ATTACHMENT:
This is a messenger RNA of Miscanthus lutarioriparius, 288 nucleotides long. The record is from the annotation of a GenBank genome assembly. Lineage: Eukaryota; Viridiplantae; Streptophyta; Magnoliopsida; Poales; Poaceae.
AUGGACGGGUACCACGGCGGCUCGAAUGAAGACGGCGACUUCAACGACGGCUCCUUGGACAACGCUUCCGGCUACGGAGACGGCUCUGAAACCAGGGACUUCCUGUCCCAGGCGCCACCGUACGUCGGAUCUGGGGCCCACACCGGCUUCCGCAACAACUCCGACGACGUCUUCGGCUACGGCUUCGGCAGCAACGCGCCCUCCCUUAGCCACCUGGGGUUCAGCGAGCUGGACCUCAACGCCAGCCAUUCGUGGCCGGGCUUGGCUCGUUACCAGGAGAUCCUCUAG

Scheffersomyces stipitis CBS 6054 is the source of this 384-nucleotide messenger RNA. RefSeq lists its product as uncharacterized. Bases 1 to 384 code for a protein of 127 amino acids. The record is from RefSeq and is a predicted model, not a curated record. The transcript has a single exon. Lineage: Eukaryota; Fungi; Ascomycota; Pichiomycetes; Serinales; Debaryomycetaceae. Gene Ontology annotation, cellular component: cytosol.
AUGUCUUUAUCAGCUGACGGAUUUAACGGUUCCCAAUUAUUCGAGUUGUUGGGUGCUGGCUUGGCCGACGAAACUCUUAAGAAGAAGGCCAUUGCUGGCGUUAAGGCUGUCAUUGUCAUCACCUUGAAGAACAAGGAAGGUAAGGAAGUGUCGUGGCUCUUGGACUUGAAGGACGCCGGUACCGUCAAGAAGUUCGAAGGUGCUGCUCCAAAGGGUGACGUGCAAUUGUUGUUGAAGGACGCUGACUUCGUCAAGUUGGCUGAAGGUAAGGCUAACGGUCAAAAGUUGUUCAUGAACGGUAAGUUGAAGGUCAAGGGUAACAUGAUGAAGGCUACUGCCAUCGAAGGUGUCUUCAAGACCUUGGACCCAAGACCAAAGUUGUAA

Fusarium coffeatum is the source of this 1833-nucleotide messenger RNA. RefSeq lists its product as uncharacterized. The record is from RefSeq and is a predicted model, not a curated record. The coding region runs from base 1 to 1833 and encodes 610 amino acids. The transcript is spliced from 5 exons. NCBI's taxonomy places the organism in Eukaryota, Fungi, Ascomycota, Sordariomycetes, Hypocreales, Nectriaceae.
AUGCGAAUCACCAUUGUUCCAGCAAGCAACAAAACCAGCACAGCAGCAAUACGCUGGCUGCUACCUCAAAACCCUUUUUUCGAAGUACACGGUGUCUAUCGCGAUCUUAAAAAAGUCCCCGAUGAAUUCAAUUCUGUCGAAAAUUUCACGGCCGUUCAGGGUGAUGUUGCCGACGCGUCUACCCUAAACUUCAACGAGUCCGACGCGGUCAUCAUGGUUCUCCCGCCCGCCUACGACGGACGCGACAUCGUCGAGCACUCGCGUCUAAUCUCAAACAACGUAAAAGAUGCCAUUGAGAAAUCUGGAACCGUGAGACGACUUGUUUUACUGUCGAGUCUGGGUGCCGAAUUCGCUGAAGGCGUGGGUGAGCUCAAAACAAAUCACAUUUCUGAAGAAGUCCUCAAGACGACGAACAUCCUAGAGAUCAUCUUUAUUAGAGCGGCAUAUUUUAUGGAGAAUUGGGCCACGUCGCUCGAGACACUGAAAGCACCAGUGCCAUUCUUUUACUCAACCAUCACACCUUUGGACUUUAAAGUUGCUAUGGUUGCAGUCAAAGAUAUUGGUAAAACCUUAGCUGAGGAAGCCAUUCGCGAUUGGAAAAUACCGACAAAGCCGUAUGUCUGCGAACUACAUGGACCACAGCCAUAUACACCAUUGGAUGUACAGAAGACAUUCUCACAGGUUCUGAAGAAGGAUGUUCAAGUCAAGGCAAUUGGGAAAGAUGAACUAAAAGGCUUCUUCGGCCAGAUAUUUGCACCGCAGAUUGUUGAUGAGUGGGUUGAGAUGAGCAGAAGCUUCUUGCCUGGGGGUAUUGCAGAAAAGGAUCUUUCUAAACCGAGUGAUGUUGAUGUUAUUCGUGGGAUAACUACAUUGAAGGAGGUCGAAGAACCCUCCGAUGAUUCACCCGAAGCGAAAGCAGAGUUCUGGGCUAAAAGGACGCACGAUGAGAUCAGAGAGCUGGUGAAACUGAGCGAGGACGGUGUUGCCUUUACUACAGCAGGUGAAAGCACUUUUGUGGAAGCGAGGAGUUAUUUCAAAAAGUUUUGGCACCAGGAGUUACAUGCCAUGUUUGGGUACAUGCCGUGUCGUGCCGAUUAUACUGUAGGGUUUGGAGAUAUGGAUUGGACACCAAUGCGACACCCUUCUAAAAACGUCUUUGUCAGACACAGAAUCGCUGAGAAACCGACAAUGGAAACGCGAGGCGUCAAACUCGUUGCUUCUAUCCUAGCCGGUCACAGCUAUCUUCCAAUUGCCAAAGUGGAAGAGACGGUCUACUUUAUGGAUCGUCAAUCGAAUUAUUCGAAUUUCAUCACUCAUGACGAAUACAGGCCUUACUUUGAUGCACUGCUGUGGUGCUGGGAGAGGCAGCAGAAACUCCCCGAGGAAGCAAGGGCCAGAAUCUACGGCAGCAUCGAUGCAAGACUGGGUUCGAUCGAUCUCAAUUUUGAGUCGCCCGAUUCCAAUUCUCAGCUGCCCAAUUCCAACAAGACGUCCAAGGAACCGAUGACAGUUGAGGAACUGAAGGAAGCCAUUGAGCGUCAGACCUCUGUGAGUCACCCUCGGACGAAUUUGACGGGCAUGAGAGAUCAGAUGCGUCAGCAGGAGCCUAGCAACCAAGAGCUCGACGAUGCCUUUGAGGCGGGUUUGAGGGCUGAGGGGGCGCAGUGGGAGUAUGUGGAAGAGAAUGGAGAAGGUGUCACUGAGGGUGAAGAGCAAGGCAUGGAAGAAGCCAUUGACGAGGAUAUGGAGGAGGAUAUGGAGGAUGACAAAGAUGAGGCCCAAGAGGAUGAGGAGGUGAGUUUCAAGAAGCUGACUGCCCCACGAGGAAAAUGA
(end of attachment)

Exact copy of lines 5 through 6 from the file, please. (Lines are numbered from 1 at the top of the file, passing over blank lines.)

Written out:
Fusarium coffeatum is the source of this 1833-nucleotide messenger RNA. RefSeq lists its product as uncharacterized. The record is from RefSeq and is a predicted model, not a curated record. The coding region runs from base 1 to 1833 and encodes 610 amino acids. The transcript is spliced from 5 exons. NCBI's taxonomy places the organism in Eukaryota, Fungi, Ascomycota, Sordariomycetes, Hypocreales, Nectriaceae.
AUGCGAAUCACCAUUGUUCCAGCAAGCAACAAAACCAGCACAGCAGCAAUACGCUGGCUGCUACCUCAAAACCCUUUUUUCGAAGUACACGGUGUCUAUCGCGAUCUUAAAAAAGUCCCCGAUGAAUUCAAUUCUGUCGAAAAUUUCACGGCCGUUCAGGGUGAUGUUGCCGACGCGUCUACCCUAAACUUCAACGAGUCCGACGCGGUCAUCAUGGUUCUCCCGCCCGCCUACGACGGACGCGACAUCGUCGAGCACUCGCGUCUAAUCUCAAACAACGUAAAAGAUGCCAUUGAGAAAUCUGGAACCGUGAGACGACUUGUUUUACUGUCGAGUCUGGGUGCCGAAUUCGCUGAAGGCGUGGGUGAGCUCAAAACAAAUCACAUUUCUGAAGAAGUCCUCAAGACGACGAACAUCCUAGAGAUCAUCUUUAUUAGAGCGGCAUAUUUUAUGGAGAAUUGGGCCACGUCGCUCGAGACACUGAAAGCACCAGUGCCAUUCUUUUACUCAACCAUCACACCUUUGGACUUUAAAGUUGCUAUGGUUGCAGUCAAAGAUAUUGGUAAAACCUUAGCUGAGGAAGCCAUUCGCGAUUGGAAAAUACCGACAAAGCCGUAUGUCUGCGAACUACAUGGACCACAGCCAUAUACACCAUUGGAUGUACAGAAGACAUUCUCACAGGUUCUGAAGAAGGAUGUUCAAGUCAAGGCAAUUGGGAAAGAUGAACUAAAAGGCUUCUUCGGCCAGAUAUUUGCACCGCAGAUUGUUGAUGAGUGGGUUGAGAUGAGCAGAAGCUUCUUGCCUGGGGGUAUUGCAGAAAAGGAUCUUUCUAAACCGAGUGAUGUUGAUGUUAUUCGUGGGAUAACUACAUUGAAGGAGGUCGAAGAACCCUCCGAUGAUUCACCCGAAGCGAAAGCAGAGUUCUGGGCUAAAAGGACGCACGAUGAGAUCAGAGAGCUGGUGAAACUGAGCGAGGACGGUGUUGCCUUUACUACAGCAGGUGAAAGCACUUUUGUGGAAGCGAGGAGUUAUUUCAAAAAGUUUUGGCACCAGGAGUUACAUGCCAUGUUUGGGUACAUGCCGUGUCGUGCCGAUUAUACUGUAGGGUUUGGAGAUAUGGAUUGGACACCAAUGCGACACCCUUCUAAAAACGUCUUUGUCAGACACAGAAUCGCUGAGAAACCGACAAUGGAAACGCGAGGCGUCAAACUCGUUGCUUCUAUCCUAGCCGGUCACAGCUAUCUUCCAAUUGCCAAAGUGGAAGAGACGGUCUACUUUAUGGAUCGUCAAUCGAAUUAUUCGAAUUUCAUCACUCAUGACGAAUACAGGCCUUACUUUGAUGCACUGCUGUGGUGCUGGGAGAGGCAGCAGAAACUCCCCGAGGAAGCAAGGGCCAGAAUCUACGGCAGCAUCGAUGCAAGACUGGGUUCGAUCGAUCUCAAUUUUGAGUCGCCCGAUUCCAAUUCUCAGCUGCCCAAUUCCAACAAGACGUCCAAGGAACCGAUGACAGUUGAGGAACUGAAGGAAGCCAUUGAGCGUCAGACCUCUGUGAGUCACCCUCGGACGAAUUUGACGGGCAUGAGAGAUCAGAUGCGUCAGCAGGAGCCUAGCAACCAAGAGCUCGACGAUGCCUUUGAGGCGGGUUUGAGGGCUGAGGGGGCGCAGUGGGAGUAUGUGGAAGAGAAUGGAGAAGGUGUCACUGAGGGUGAAGAGCAAGGCAUGGAAGAAGCCAUUGACGAGGAUAUGGAGGAGGAUAUGGAGGAUGACAAAGAUGAGGCCCAAGAGGAUGAGGAGGUGAGUUUCAAGAAGCUGACUGCCCCACGAGGAAAAUGA